It was closer to 11am than noon and I was already (for whatever reason I don’t know) thinking of eating, and I was thinking of eating a candy bar from the vending machine on the 4th floor, or maybe (I bargained) part of one (which would inevitably be a whole one).
Decided that wouldn’t be a good idea, so I ate my Tupperware lunch early, but it seemed small. Then about 1pm I went to get a McDouble sandwich, probably not much healthier than a candy bar (although it did have some protein and will last a bit longer).
Anyway a lesson of that is that if you swamp the bad alternatives with good alternatives, it’s probably easier to avoid temptation. If I’d had another healthy Tupperware, I probably would have eaten it instead.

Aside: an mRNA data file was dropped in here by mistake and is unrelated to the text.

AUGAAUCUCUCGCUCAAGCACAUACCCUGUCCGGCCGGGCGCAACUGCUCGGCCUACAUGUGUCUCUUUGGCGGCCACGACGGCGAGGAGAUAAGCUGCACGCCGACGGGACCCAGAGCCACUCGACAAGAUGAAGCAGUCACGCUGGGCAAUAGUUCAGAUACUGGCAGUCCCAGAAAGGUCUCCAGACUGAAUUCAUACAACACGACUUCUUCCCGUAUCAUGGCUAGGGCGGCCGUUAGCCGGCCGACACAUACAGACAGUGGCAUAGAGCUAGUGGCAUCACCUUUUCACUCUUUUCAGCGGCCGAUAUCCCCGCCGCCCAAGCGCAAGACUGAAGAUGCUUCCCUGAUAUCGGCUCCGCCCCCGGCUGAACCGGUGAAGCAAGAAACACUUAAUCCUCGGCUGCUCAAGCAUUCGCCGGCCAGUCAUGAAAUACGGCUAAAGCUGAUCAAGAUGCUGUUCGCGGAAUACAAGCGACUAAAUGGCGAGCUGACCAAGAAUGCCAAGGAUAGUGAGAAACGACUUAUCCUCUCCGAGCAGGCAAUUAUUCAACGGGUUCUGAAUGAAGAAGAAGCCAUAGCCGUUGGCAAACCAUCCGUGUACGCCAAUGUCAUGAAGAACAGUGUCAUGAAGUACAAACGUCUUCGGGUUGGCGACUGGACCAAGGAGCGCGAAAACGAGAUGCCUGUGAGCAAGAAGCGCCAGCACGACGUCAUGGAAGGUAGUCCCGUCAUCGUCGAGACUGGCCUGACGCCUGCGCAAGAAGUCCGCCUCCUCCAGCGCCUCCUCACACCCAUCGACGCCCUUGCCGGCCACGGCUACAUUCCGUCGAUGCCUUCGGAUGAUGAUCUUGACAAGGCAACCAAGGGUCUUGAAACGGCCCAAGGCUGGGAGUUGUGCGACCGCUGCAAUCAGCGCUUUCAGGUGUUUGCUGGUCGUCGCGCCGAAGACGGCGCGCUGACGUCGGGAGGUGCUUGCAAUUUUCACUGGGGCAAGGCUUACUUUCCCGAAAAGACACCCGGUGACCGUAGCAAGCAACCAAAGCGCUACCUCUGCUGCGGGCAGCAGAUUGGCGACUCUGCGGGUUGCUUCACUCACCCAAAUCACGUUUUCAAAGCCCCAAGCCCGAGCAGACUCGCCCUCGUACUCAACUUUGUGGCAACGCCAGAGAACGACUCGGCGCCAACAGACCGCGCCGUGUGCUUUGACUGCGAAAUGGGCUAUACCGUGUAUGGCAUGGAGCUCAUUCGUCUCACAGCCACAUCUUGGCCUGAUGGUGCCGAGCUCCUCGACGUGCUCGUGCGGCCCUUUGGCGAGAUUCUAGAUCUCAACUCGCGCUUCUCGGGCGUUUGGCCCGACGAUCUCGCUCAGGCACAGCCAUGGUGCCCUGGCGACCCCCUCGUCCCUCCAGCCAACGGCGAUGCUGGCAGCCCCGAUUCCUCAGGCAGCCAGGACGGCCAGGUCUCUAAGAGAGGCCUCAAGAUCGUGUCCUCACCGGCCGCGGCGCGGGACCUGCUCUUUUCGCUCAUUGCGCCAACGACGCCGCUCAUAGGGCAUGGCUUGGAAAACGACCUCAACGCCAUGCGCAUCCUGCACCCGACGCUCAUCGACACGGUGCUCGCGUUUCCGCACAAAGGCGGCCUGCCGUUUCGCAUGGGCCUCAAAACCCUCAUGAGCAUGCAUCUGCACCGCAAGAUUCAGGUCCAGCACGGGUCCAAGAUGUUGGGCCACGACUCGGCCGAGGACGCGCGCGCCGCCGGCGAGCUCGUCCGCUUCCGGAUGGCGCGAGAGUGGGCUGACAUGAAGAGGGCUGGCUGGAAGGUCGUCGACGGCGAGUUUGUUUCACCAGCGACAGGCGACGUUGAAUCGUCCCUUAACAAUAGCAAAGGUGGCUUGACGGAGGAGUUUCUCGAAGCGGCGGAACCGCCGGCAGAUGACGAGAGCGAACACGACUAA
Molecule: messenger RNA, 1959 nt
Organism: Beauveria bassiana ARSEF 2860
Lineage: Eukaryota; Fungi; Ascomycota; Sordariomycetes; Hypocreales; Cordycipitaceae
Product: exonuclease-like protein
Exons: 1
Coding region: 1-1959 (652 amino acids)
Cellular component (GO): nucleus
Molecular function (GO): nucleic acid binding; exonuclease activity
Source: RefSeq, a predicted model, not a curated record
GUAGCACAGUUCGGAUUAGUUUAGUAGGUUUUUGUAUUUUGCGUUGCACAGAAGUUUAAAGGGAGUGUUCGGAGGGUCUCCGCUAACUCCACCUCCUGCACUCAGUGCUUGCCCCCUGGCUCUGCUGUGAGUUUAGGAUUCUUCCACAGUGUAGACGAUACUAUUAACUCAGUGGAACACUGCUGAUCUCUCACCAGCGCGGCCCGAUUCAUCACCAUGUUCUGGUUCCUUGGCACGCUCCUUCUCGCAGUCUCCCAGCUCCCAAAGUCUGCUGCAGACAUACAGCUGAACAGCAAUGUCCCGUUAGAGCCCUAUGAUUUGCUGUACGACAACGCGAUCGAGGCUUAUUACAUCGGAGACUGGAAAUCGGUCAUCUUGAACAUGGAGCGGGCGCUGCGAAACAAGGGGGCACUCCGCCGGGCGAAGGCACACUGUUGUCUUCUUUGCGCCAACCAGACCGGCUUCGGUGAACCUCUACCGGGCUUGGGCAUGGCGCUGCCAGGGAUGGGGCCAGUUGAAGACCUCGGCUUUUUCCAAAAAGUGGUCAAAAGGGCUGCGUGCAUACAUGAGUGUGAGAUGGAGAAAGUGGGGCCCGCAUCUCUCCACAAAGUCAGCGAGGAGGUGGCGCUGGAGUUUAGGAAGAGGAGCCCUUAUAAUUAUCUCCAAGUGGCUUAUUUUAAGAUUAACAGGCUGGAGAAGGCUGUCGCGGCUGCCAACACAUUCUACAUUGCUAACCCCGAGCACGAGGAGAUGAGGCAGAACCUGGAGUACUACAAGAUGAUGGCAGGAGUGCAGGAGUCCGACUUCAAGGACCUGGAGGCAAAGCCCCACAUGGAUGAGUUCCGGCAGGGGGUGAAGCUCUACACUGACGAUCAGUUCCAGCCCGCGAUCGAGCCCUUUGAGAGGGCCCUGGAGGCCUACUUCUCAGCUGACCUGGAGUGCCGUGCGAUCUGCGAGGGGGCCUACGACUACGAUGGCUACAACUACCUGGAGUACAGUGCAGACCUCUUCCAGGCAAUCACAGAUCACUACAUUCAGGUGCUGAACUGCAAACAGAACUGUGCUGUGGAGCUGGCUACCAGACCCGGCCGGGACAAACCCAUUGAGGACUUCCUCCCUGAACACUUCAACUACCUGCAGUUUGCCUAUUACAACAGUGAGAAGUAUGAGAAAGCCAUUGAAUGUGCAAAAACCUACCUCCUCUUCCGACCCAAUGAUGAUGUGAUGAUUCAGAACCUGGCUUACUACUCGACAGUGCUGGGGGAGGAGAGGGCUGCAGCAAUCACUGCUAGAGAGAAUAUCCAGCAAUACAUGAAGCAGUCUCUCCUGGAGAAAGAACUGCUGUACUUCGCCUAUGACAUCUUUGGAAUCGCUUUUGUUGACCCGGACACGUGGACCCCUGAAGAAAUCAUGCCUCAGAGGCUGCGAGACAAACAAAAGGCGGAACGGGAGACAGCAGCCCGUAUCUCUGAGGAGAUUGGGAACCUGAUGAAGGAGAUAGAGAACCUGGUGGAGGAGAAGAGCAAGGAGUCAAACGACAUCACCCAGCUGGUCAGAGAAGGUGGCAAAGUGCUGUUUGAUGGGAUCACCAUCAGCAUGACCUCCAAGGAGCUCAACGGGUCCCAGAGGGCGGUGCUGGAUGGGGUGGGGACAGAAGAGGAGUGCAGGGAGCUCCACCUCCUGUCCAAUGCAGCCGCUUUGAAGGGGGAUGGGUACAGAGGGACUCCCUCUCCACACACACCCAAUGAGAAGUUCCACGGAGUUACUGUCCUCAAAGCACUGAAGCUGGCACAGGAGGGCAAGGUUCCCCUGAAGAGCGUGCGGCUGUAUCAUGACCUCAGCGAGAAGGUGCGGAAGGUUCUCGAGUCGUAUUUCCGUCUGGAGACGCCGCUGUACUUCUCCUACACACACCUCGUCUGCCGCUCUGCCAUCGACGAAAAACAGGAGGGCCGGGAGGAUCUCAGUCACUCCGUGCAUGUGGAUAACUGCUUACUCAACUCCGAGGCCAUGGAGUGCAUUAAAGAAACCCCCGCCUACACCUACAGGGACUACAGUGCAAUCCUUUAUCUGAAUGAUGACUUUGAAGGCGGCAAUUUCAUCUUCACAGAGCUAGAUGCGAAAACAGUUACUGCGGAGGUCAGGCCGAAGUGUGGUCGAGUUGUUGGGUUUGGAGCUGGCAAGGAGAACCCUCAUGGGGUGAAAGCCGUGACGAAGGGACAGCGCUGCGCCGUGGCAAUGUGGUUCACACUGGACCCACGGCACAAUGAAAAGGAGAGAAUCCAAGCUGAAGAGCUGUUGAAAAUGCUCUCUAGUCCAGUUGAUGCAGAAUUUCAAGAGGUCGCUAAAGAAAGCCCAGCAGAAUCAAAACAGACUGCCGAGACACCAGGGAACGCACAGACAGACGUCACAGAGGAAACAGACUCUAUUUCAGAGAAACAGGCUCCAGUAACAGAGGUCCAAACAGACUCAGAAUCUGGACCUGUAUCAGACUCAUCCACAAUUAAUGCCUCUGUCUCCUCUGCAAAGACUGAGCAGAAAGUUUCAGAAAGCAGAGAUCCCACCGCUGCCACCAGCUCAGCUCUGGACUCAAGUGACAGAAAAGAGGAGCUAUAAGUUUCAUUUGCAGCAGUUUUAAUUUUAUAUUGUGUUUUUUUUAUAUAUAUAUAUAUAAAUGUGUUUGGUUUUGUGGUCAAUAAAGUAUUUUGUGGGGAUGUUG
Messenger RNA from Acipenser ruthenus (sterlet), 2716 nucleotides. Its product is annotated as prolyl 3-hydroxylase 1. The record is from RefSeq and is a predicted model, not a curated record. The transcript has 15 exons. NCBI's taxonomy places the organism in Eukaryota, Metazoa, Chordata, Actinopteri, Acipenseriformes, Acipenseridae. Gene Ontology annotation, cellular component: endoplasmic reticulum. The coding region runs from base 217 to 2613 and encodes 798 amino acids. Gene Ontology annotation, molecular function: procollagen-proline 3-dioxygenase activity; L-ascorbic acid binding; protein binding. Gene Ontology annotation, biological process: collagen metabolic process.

So the most important time for avoiding temptation is arranging things so that you have many good alternatives and fewer bad alternatives. An ounce of prevention is worth a pound of cure. An ounce of preventitive self-discipline is worth a pound of tempation-in-your-face self-discipline. You’re not always in control of your environment. You can have the self-discipline not to bring junk food from the store into your house, but you probably can’t get your employer to get rid of the junk food vending machine. (You could try.) You could ideally get rid of the vending machine, but failing that you could bring healthy snacks for your cube, which is better than bringing nothing and hoping you can resist the vending machine or a nearby fast-food joint, which is better than bringing bulk bags of junk food into your cube to save money on the vending machine.
There’s some very fundamental principles of living well going on in the above, and they deserve to be brought out more.
“Resist the beginnings”, but have a backup plan for when the beginnings win.
Postscript — later in the day, I went up to the vending machine for a candy bar and was saved by a lack of dollar bills.